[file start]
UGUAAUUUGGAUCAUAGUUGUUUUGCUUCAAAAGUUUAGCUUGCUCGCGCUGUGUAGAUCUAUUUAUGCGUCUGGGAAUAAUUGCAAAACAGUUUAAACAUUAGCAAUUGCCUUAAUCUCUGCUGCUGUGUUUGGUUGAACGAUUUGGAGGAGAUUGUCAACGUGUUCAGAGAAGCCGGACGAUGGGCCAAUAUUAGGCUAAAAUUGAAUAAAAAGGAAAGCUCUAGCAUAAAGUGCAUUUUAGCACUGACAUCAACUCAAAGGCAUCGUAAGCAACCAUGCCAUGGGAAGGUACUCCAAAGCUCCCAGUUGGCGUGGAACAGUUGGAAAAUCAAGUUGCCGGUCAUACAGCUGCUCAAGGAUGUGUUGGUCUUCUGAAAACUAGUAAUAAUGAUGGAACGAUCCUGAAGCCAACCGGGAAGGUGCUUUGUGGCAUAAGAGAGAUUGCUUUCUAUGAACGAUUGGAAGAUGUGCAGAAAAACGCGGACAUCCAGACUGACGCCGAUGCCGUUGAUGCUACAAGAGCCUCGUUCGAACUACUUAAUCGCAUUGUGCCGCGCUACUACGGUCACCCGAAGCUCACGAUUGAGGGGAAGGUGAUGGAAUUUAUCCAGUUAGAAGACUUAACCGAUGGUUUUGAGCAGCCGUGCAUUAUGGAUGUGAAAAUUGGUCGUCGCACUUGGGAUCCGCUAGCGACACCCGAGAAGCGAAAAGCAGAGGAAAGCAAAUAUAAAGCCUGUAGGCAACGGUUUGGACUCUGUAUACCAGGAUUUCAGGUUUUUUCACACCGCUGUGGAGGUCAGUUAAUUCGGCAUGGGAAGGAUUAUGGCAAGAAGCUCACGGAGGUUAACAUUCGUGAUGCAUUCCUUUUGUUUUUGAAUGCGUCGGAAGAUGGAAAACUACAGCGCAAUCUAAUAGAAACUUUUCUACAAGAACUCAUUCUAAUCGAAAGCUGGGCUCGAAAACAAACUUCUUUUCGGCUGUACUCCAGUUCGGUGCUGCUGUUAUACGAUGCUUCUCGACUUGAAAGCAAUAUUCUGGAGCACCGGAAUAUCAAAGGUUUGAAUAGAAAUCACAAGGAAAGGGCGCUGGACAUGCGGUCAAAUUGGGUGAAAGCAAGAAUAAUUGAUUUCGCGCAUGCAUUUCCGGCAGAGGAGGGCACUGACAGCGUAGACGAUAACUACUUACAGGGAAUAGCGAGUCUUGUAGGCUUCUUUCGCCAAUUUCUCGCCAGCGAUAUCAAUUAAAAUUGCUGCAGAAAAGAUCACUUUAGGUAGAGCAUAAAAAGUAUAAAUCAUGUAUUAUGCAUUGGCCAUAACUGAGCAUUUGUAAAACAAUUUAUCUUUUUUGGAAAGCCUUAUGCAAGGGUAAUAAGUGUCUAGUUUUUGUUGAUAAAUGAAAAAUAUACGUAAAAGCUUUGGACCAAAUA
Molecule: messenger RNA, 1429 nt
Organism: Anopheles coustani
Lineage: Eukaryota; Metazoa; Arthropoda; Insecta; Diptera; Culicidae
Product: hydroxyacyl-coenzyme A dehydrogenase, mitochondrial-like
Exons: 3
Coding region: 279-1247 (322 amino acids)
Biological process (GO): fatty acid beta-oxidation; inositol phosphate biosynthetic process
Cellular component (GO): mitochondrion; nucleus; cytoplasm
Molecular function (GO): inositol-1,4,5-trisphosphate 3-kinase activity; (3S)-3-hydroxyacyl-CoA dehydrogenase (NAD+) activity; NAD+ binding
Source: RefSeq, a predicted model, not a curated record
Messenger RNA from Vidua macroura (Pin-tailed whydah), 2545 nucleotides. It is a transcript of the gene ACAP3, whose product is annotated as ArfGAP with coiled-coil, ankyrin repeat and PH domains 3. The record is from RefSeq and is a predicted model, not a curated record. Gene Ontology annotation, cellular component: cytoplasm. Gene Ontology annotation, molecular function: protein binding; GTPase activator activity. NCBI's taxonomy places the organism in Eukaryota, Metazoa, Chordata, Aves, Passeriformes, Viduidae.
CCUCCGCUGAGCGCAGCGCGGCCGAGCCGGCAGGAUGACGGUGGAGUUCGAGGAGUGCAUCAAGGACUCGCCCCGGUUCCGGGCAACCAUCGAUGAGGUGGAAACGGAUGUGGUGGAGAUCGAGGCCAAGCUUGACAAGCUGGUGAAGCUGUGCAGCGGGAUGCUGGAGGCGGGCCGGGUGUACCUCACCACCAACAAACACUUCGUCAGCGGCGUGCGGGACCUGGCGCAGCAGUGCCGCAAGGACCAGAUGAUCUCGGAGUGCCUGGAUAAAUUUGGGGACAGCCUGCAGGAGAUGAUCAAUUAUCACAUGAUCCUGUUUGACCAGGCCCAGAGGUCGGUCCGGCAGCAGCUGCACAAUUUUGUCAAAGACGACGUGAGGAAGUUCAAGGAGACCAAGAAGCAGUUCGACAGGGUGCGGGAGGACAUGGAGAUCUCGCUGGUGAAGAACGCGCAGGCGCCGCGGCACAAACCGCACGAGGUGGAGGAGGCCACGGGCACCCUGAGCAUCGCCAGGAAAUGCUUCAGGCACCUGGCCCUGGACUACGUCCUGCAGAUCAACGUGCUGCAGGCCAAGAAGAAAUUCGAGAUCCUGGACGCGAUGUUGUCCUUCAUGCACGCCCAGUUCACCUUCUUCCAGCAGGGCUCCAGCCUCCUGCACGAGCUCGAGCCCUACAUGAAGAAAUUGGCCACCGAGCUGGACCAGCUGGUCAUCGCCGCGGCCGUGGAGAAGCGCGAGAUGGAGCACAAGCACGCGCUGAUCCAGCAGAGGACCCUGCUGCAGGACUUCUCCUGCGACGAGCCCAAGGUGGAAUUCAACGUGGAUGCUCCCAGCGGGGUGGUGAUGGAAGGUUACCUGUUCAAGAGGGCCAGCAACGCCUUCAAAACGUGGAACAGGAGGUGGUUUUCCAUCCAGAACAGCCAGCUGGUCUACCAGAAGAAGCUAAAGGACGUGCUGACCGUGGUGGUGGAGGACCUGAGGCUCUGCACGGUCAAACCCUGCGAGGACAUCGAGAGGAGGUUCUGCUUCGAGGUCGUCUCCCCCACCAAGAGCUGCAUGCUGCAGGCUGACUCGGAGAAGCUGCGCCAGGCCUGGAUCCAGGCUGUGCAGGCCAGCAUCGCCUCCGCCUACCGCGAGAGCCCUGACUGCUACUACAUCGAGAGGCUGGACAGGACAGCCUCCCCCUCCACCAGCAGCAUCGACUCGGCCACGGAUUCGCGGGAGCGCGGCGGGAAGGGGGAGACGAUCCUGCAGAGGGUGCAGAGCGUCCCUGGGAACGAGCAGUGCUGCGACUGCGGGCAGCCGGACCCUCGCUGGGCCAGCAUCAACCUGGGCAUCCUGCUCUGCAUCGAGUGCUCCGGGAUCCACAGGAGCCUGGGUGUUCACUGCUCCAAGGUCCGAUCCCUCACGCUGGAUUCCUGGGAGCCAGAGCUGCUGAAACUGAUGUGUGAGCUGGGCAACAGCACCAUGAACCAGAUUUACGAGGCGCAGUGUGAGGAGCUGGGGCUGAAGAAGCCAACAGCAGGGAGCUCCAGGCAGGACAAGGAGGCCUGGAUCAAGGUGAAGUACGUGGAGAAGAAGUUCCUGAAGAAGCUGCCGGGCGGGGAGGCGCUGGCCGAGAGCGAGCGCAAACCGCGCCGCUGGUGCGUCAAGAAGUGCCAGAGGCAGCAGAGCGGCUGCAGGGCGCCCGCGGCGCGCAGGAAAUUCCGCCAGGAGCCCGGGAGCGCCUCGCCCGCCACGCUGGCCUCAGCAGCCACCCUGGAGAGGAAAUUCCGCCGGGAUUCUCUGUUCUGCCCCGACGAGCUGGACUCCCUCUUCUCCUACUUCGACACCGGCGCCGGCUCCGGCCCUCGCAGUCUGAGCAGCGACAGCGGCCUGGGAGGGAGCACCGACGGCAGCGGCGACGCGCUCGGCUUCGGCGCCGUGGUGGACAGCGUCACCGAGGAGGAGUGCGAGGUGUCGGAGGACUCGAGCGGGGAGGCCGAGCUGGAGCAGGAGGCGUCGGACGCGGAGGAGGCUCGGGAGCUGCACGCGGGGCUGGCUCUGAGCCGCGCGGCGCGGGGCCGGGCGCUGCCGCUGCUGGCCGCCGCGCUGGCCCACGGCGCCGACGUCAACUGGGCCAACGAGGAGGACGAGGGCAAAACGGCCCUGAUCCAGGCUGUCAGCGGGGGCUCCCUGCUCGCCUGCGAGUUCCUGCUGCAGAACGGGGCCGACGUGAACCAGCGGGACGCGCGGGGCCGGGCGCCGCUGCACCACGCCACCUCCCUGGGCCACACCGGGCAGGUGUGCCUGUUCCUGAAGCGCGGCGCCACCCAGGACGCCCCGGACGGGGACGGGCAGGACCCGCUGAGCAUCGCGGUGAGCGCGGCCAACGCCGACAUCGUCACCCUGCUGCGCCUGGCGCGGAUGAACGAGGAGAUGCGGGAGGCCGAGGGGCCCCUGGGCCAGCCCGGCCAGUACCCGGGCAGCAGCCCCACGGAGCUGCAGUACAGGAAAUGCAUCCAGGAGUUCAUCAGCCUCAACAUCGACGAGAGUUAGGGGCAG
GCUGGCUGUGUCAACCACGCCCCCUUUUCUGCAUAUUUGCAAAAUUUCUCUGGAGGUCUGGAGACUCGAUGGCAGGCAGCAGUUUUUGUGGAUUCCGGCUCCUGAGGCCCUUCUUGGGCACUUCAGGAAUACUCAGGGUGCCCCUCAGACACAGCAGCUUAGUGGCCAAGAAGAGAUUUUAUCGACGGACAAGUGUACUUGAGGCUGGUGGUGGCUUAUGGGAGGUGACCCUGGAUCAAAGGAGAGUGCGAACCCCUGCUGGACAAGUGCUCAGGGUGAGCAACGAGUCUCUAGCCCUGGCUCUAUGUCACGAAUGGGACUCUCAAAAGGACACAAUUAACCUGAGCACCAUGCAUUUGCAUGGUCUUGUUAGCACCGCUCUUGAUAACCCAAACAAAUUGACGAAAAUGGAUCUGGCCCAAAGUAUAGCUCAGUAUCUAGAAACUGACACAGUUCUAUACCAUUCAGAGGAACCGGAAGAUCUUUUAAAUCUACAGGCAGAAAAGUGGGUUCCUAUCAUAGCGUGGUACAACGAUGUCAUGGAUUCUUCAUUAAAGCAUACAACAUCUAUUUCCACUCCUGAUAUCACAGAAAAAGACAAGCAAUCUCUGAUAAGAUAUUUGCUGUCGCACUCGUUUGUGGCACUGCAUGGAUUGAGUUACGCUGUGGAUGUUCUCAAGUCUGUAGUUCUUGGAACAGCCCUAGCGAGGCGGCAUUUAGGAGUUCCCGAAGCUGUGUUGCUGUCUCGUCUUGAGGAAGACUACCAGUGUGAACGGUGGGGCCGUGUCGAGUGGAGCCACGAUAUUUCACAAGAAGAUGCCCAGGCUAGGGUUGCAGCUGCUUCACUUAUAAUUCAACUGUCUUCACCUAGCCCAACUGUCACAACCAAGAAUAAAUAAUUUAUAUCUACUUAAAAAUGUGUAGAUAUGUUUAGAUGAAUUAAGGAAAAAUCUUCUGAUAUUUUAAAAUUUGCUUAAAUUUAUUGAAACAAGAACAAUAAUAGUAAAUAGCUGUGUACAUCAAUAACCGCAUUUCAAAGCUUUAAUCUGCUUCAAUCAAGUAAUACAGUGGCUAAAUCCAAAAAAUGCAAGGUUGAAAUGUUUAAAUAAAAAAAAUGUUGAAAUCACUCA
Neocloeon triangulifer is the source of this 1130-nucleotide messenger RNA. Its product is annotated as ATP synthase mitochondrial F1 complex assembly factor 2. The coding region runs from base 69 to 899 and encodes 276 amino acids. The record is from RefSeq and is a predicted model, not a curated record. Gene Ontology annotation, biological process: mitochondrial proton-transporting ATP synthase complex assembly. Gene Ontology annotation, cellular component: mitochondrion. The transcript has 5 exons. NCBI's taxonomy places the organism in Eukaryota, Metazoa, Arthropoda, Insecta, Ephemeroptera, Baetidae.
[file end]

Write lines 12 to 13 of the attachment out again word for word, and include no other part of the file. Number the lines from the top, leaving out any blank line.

Messenger RNA from Vidua macroura (Pin-tailed whydah), 2545 nucleotides. It is a transcript of the gene ACAP3, whose product is annotated as ArfGAP with coiled-coil, ankyrin repeat and PH domains 3. The record is from RefSeq and is a predicted model, not a curated record. Gene Ontology annotation, cellular component: cytoplasm. Gene Ontology annotation, molecular function: protein binding; GTPase activator activity. NCBI's taxonomy places the organism in Eukaryota, Metazoa, Chordata, Aves, Passeriformes, Viduidae.
CCUCCGCUGAGCGCAGCGCGGCCGAGCCGGCAGGAUGACGGUGGAGUUCGAGGAGUGCAUCAAGGACUCGCCCCGGUUCCGGGCAACCAUCGAUGAGGUGGAAACGGAUGUGGUGGAGAUCGAGGCCAAGCUUGACAAGCUGGUGAAGCUGUGCAGCGGGAUGCUGGAGGCGGGCCGGGUGUACCUCACCACCAACAAACACUUCGUCAGCGGCGUGCGGGACCUGGCGCAGCAGUGCCGCAAGGACCAGAUGAUCUCGGAGUGCCUGGAUAAAUUUGGGGACAGCCUGCAGGAGAUGAUCAAUUAUCACAUGAUCCUGUUUGACCAGGCCCAGAGGUCGGUCCGGCAGCAGCUGCACAAUUUUGUCAAAGACGACGUGAGGAAGUUCAAGGAGACCAAGAAGCAGUUCGACAGGGUGCGGGAGGACAUGGAGAUCUCGCUGGUGAAGAACGCGCAGGCGCCGCGGCACAAACCGCACGAGGUGGAGGAGGCCACGGGCACCCUGAGCAUCGCCAGGAAAUGCUUCAGGCACCUGGCCCUGGACUACGUCCUGCAGAUCAACGUGCUGCAGGCCAAGAAGAAAUUCGAGAUCCUGGACGCGAUGUUGUCCUUCAUGCACGCCCAGUUCACCUUCUUCCAGCAGGGCUCCAGCCUCCUGCACGAGCUCGAGCCCUACAUGAAGAAAUUGGCCACCGAGCUGGACCAGCUGGUCAUCGCCGCGGCCGUGGAGAAGCGCGAGAUGGAGCACAAGCACGCGCUGAUCCAGCAGAGGACCCUGCUGCAGGACUUCUCCUGCGACGAGCCCAAGGUGGAAUUCAACGUGGAUGCUCCCAGCGGGGUGGUGAUGGAAGGUUACCUGUUCAAGAGGGCCAGCAACGCCUUCAAAACGUGGAACAGGAGGUGGUUUUCCAUCCAGAACAGCCAGCUGGUCUACCAGAAGAAGCUAAAGGACGUGCUGACCGUGGUGGUGGAGGACCUGAGGCUCUGCACGGUCAAACCCUGCGAGGACAUCGAGAGGAGGUUCUGCUUCGAGGUCGUCUCCCCCACCAAGAGCUGCAUGCUGCAGGCUGACUCGGAGAAGCUGCGCCAGGCCUGGAUCCAGGCUGUGCAGGCCAGCAUCGCCUCCGCCUACCGCGAGAGCCCUGACUGCUACUACAUCGAGAGGCUGGACAGGACAGCCUCCCCCUCCACCAGCAGCAUCGACUCGGCCACGGAUUCGCGGGAGCGCGGCGGGAAGGGGGAGACGAUCCUGCAGAGGGUGCAGAGCGUCCCUGGGAACGAGCAGUGCUGCGACUGCGGGCAGCCGGACCCUCGCUGGGCCAGCAUCAACCUGGGCAUCCUGCUCUGCAUCGAGUGCUCCGGGAUCCACAGGAGCCUGGGUGUUCACUGCUCCAAGGUCCGAUCCCUCACGCUGGAUUCCUGGGAGCCAGAGCUGCUGAAACUGAUGUGUGAGCUGGGCAACAGCACCAUGAACCAGAUUUACGAGGCGCAGUGUGAGGAGCUGGGGCUGAAGAAGCCAACAGCAGGGAGCUCCAGGCAGGACAAGGAGGCCUGGAUCAAGGUGAAGUACGUGGAGAAGAAGUUCCUGAAGAAGCUGCCGGGCGGGGAGGCGCUGGCCGAGAGCGAGCGCAAACCGCGCCGCUGGUGCGUCAAGAAGUGCCAGAGGCAGCAGAGCGGCUGCAGGGCGCCCGCGGCGCGCAGGAAAUUCCGCCAGGAGCCCGGGAGCGCCUCGCCCGCCACGCUGGCCUCAGCAGCCACCCUGGAGAGGAAAUUCCGCCGGGAUUCUCUGUUCUGCCCCGACGAGCUGGACUCCCUCUUCUCCUACUUCGACACCGGCGCCGGCUCCGGCCCUCGCAGUCUGAGCAGCGACAGCGGCCUGGGAGGGAGCACCGACGGCAGCGGCGACGCGCUCGGCUUCGGCGCCGUGGUGGACAGCGUCACCGAGGAGGAGUGCGAGGUGUCGGAGGACUCGAGCGGGGAGGCCGAGCUGGAGCAGGAGGCGUCGGACGCGGAGGAGGCUCGGGAGCUGCACGCGGGGCUGGCUCUGAGCCGCGCGGCGCGGGGCCGGGCGCUGCCGCUGCUGGCCGCCGCGCUGGCCCACGGCGCCGACGUCAACUGGGCCAACGAGGAGGACGAGGGCAAAACGGCCCUGAUCCAGGCUGUCAGCGGGGGCUCCCUGCUCGCCUGCGAGUUCCUGCUGCAGAACGGGGCCGACGUGAACCAGCGGGACGCGCGGGGCCGGGCGCCGCUGCACCACGCCACCUCCCUGGGCCACACCGGGCAGGUGUGCCUGUUCCUGAAGCGCGGCGCCACCCAGGACGCCCCGGACGGGGACGGGCAGGACCCGCUGAGCAUCGCGGUGAGCGCGGCCAACGCCGACAUCGUCACCCUGCUGCGCCUGGCGCGGAUGAACGAGGAGAUGCGGGAGGCCGAGGGGCCCCUGGGCCAGCCCGGCCAGUACCCGGGCAGCAGCCCCACGGAGCUGCAGUACAGGAAAUGCAUCCAGGAGUUCAUCAGCCUCAACAUCGACGAGAGUUAGGGGCAG